The walks were held weekly for five years, according to one of the organizers, Coleen Martin.
But as the LEAN team staff started taking on more responsibilities, including the creation of the MUSC Boeing Center for Children’s Wellness, and as more walking groups started to form, the walk began being held monthly, on the first Saturday of each month.
Of the other groups that formed, Martin noted that Fleet Feet Sports, Seacoast Community Church, Eat Smart Move More, Charleston County Parks and Recreation Commission and other government entities have started walking programs and wellness initiatives with strong walking components.
Be a walking leader
Eat Smart Move More Charleston Tri-County wants people to step up and become trained “community volunteer walking group leaders.”
A free training session will be held 3:30-4:30 p.m. Oct. 1 at the S.C. Department of Health and Environmental Control clinic, 106 Westview Blvd viagra 50 oder 100., Goose Creek. This training provides leaders with everything they need to know to plan and recruit walkers for a community walking group.
Send name, contact information and location of proposed walking group to Sharon Crossley at email@example.com or via fax at 843 953-0081 by Friday.
Get out with Fido
In the wake of the Surgeon General’s report, the Harvard Medical School took the opportunity to remind people that canine companionship often has cardiovascular and other health benefits for owners.
“Research shows that people who have a dog are far more likely to get the recommended 150 minutes of moderate physical activity each week,” says Dr. Elizabeth Frates, assistant professor at Harvard Medical School and one of the medical editors of the special health report, Get Healthy, Get a Dog www.health.harvard.edu/dog.
Dogs are the ultimate exercise partners: Unlike a human walking buddy, a dog will never choose to grab a cup of coffee instead of going for a brisk walk.
Frates says dog ownership can even encourage physical activity among people who traditionally get less exercise. If someone hasn’t been active for a long time, walking a dog can lessen any embarrassment he or she may feel about physical appearance and level of fitness. Being out and about with a dog may also enhance a person’s sense of social connectedness.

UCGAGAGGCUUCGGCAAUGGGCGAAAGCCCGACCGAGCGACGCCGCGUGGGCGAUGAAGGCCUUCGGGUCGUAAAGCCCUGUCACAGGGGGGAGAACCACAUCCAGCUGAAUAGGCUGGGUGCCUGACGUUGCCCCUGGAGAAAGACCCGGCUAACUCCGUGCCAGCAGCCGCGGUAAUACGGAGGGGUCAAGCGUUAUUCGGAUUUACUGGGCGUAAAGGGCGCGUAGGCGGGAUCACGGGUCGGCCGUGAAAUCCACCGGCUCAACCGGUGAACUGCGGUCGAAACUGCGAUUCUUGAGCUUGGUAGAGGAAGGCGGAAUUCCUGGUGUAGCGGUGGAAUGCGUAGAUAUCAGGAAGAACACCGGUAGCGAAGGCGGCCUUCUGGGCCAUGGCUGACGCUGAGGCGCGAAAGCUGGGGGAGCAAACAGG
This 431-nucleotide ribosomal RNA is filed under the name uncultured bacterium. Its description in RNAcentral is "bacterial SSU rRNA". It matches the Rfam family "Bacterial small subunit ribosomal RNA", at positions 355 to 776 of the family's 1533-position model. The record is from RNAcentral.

Need an event to kick off your fall walking program? If you live in Charleston, you’re in luck.
While many running races have walks, the local American Heart Association’s Lowcountry Heart Walk is a walk geared to everyone and as a celebration of walking for heart health.
This year’s event will be at 8 a.m. Oct. 3 at Liberty Square in Charleston. Registration is free, but participants are urged to raise donations.
Lighten Up & Move IT!
In recent years, many public and corporate wellness programs have sprung up.
Among the public ones are the city of Charleston’s “Lighten Up Charleston” and the Charleston County Parks and Recreation Commission’s “Move IT! Charleston County.”
Move IT’s “Walk & Restore” is a 55-minute class that involves short walking loops combined with stretching and “restorative yoga” sessions.
In October, it will be held on Mondays and Thursdays on the shaded trails of McLeod Plantation Historic Site and Caw Caw Interpretive Center. The cost is $8 for county residents and $10 for nonresidents. Discounts are available for those signing up for six or more classes.